If you spend any time looking at bus stops, as GP is wont to do, you might have noticed some shelter advertisements for Vision Zero, the signature transportation initiative of the Bowser administration. Vision Zero is predicated on the idea that no loss of life is acceptable on our roadways, and at the end of 2015, the District released its plan to realize this goal by 2024.
While Vision Zero isn’t exclusively about bicyclists, it emphasizes protecting vulnerable road users through engineering, enforcement, education, and the better collection of data. The extent to which these efforts will translate into tangible and immediate improvements is unclear, but if a Vision Zero mentality truly takes hold across agencies (namely the District Department of Transportation and the Metropolitan Police Department) this has the potential to have a long-term impact in how we think about and prioritize mobility in D.C.
The D.C. Council could also move forward on various bicycling issues, including those related to contributory negligence, which affects liability for crash victims, and the Bicycle and Pedestrian Safety Act, a laundry list of changes including policies related to data collection, higher fines for dangerous driving, and allowing cyclists to treat stop signs as yield signs when it’s safe to do so.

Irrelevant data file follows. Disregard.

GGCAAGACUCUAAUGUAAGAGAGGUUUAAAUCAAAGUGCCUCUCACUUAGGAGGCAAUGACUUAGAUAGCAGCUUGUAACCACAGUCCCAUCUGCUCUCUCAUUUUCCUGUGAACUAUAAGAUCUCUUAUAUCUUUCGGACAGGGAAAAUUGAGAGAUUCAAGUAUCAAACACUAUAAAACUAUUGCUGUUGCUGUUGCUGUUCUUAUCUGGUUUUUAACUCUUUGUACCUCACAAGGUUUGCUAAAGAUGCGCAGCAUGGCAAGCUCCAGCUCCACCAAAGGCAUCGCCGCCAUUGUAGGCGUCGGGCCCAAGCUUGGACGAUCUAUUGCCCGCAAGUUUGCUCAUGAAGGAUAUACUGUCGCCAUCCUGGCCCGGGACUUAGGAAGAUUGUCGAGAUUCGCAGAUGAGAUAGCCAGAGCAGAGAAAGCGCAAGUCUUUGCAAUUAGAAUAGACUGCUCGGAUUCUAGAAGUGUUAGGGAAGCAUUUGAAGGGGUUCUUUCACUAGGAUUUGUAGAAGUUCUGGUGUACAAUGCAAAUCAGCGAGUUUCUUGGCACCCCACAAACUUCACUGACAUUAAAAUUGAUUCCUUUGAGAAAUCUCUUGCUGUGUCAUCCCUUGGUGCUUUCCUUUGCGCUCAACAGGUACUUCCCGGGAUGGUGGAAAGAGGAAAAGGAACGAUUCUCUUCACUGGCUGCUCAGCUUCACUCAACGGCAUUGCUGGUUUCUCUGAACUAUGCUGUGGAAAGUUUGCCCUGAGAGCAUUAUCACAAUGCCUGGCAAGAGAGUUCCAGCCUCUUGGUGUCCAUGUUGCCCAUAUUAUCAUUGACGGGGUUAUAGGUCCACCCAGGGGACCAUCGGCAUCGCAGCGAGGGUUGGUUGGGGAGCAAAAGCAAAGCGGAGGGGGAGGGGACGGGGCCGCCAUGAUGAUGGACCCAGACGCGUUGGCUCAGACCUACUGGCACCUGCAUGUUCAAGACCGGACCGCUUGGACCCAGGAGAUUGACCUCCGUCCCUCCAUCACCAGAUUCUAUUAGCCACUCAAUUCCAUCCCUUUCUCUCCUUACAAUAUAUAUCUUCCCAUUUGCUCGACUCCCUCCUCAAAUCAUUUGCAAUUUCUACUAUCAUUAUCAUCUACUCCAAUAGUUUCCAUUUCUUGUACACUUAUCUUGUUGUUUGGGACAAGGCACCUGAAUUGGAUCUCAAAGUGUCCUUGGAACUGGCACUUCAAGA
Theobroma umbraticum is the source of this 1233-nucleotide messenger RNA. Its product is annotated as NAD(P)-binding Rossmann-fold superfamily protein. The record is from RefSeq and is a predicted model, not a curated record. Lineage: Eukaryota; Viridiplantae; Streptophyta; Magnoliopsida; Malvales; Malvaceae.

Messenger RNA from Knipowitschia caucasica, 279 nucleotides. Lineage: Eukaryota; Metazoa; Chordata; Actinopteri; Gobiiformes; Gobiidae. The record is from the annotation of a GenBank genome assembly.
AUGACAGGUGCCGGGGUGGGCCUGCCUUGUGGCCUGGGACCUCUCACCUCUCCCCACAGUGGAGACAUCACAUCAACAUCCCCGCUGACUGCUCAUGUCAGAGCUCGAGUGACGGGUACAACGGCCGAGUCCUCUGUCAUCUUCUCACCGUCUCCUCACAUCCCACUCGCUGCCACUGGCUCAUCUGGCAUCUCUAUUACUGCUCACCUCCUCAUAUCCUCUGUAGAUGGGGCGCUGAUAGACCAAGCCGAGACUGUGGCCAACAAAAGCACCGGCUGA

A number of long-standing projects should be coming to fruition in the calendar year. Most excitingly for those on the east side of the District will be the completion of the Kenilworth Gardens section of the Anacostia Riverwalk Trail, a vital off-street bike link connecting D.C. to Prince George’s County. Closer to downtown, the 15th Street cycletrack will be extended up the hill to Euclid Street. Expect further developments on the controversial protected bikeway on the east side of downtown on 5th, 6th, or 9th Street NW, as well as on the final design for Metropolitan Branch Trail extension to Silver Spring. Also, don’t be surprised if DDOT continues to close bike lane gaps one or two blocks at a time.
But wait, there’s more. After procurement delays, expect 60 more Bikeshare stations in D.C. and the close-in suburbs. Bikeshare might even come to Reston (!) by the end of the year, too. Speaking of the suburbs, Montgomery County will continue to make progress on its Bicycle Master Plan (expect big things), and Arlington might recommit to achieving gold level community status from the League of American Bicyclists. The inexorable march of the bicycle continues, and there’s little that anyone can do to stop it. Other than park in the bike lane. Don’t do that. —GP
Gear Prudence is Brian McEntee, who tweets @sharrowsDC. Got a question about bicycling? Email email@example.com.